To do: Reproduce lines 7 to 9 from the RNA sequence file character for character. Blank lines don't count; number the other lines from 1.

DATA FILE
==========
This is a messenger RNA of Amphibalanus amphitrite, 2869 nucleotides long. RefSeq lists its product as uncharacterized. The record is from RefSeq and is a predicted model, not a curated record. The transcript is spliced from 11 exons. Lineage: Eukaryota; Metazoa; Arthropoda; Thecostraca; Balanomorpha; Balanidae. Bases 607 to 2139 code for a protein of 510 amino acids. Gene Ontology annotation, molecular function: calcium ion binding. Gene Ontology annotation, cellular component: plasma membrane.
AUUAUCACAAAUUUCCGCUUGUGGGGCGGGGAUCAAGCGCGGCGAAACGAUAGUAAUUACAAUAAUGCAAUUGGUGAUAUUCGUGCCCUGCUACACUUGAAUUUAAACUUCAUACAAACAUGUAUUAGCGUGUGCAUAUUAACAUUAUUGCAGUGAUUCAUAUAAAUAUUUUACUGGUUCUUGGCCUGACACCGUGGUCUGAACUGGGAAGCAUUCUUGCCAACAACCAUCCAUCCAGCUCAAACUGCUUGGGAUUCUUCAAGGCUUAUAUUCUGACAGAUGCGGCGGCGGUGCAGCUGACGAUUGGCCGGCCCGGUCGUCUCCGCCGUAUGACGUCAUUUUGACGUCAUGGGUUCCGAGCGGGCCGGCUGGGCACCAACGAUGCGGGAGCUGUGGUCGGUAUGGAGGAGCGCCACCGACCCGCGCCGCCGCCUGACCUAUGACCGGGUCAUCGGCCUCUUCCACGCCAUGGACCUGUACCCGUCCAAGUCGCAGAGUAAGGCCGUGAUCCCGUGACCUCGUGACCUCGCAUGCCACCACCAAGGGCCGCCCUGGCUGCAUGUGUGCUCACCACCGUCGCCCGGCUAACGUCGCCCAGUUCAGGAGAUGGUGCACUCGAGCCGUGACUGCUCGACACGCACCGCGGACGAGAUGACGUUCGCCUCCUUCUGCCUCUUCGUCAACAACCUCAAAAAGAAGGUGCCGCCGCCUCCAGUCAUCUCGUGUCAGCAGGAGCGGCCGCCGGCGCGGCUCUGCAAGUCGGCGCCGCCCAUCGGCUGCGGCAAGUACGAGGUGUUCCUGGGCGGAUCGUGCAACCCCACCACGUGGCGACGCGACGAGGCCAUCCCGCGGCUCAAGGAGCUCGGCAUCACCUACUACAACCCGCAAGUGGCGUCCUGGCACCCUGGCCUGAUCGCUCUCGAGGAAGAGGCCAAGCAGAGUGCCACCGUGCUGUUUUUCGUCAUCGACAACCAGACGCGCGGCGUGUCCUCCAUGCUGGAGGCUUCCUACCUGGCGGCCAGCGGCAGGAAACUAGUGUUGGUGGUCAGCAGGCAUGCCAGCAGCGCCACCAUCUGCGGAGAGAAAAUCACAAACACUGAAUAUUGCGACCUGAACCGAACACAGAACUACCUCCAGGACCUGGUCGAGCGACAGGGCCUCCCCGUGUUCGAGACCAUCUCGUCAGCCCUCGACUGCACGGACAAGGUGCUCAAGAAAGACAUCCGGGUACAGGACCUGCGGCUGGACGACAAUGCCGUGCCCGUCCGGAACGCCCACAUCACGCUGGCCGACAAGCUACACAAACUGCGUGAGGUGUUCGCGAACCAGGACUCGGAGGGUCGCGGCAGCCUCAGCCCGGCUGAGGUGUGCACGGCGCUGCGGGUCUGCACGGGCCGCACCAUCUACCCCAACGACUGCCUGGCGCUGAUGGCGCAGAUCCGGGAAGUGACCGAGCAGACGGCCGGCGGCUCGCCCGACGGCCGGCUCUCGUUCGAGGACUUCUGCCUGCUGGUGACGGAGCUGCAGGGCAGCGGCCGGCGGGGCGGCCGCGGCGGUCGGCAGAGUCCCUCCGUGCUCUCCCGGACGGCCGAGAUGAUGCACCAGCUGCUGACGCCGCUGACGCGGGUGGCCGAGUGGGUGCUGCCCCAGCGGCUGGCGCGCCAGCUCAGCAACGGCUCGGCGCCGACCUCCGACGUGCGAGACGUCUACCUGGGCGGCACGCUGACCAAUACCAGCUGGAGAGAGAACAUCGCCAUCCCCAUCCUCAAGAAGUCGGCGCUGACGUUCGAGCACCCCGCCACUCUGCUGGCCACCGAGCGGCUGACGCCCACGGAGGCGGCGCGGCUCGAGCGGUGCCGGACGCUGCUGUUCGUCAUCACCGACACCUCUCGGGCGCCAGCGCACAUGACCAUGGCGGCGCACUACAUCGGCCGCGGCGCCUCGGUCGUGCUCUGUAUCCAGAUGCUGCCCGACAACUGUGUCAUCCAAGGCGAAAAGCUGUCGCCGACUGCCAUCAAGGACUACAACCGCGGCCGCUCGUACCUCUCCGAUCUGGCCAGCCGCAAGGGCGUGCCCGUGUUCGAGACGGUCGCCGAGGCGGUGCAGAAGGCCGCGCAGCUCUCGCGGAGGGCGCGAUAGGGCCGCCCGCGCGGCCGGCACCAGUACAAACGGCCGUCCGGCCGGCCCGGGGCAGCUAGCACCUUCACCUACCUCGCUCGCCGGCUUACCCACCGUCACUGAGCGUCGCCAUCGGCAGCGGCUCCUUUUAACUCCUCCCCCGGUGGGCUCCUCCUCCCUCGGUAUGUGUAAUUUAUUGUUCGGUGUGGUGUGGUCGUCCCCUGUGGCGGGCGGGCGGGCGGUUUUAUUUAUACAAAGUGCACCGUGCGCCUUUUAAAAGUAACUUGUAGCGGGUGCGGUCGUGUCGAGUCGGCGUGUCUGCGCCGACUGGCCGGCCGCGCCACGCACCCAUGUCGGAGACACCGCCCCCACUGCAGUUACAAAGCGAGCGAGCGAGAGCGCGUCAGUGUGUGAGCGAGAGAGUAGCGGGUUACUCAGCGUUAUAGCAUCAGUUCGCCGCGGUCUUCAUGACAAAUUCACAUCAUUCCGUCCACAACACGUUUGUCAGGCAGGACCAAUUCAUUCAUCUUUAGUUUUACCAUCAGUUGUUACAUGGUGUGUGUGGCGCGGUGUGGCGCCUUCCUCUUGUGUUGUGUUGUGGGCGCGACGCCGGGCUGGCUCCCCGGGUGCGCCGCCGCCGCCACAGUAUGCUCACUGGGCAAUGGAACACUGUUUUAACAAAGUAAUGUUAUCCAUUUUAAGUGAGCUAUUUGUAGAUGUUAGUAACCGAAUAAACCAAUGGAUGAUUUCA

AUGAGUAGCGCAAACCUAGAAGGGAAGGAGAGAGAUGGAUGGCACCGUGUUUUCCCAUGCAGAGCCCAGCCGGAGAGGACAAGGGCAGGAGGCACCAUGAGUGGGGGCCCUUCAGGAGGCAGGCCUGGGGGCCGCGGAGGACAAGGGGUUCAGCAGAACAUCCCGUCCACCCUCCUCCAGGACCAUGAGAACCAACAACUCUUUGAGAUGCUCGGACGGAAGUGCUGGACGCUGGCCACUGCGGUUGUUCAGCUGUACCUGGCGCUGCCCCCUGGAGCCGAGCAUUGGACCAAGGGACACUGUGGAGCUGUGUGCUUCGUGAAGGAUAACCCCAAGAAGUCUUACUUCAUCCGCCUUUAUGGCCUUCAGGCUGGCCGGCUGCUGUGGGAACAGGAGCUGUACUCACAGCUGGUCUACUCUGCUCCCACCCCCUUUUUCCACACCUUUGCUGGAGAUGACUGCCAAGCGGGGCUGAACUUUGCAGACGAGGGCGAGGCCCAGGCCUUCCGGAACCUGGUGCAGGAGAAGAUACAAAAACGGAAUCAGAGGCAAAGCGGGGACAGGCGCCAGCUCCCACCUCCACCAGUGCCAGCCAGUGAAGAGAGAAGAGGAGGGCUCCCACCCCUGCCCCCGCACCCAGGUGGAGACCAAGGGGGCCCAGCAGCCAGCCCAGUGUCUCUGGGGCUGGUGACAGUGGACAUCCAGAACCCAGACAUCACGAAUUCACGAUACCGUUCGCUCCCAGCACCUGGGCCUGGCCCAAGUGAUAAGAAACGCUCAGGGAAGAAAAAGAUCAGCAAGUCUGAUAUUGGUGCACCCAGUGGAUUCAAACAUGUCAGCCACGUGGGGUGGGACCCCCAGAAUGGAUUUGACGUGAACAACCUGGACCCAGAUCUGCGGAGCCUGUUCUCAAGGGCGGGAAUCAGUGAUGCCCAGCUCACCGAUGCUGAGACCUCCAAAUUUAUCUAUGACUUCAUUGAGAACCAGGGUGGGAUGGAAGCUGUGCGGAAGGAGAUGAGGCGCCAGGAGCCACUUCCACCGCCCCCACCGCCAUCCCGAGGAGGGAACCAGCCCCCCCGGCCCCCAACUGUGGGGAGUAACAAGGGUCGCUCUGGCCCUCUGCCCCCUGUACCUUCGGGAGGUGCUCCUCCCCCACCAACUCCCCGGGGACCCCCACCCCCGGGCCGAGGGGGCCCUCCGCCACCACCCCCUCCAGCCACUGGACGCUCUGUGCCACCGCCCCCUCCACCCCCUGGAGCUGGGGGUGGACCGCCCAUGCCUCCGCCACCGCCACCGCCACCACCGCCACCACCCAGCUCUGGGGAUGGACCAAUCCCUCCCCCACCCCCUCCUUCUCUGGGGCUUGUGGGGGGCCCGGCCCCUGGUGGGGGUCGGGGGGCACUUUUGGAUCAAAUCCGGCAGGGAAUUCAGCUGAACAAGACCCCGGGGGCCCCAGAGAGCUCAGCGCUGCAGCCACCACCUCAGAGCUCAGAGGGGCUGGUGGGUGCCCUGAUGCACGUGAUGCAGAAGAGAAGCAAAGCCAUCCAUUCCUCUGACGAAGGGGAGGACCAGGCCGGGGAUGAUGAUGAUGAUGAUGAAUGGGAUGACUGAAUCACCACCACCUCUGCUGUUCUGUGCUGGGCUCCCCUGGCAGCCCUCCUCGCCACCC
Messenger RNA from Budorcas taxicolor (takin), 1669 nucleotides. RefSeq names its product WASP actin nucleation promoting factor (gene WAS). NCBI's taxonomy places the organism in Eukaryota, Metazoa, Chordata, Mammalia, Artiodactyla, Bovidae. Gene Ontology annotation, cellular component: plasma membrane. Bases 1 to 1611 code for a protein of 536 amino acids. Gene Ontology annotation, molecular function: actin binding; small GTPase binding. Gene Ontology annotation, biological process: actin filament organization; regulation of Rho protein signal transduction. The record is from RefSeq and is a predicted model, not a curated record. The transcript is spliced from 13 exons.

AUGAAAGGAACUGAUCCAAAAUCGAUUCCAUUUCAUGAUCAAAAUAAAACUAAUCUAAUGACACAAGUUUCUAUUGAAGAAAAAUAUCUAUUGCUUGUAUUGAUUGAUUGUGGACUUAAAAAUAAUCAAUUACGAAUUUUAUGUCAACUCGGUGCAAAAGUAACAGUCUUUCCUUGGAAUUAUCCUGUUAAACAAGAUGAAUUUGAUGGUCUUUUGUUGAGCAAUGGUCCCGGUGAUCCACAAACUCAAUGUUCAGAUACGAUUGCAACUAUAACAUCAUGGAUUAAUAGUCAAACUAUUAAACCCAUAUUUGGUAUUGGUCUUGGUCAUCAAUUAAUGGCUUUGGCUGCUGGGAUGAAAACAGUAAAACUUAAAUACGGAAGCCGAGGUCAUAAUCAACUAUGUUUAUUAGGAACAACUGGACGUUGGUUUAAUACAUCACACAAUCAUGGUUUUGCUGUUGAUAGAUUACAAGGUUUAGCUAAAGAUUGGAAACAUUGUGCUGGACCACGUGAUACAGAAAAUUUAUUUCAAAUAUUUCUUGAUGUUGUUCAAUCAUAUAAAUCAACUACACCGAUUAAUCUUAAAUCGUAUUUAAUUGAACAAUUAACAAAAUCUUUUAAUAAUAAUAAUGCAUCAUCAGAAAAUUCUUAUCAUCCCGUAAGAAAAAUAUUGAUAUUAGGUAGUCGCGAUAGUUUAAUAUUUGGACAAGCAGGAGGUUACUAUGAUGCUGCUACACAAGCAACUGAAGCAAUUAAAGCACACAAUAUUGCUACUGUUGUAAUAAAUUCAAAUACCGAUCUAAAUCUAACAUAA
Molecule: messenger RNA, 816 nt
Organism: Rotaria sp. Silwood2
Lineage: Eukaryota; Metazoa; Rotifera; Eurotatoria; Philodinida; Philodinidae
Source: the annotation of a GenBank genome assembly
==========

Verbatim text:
Organism: Rotaria sp. Silwood2
Lineage: Eukaryota; Metazoa; Rotifera; Eurotatoria; Philodinida; Philodinidae
Source: the annotation of a GenBank genome assembly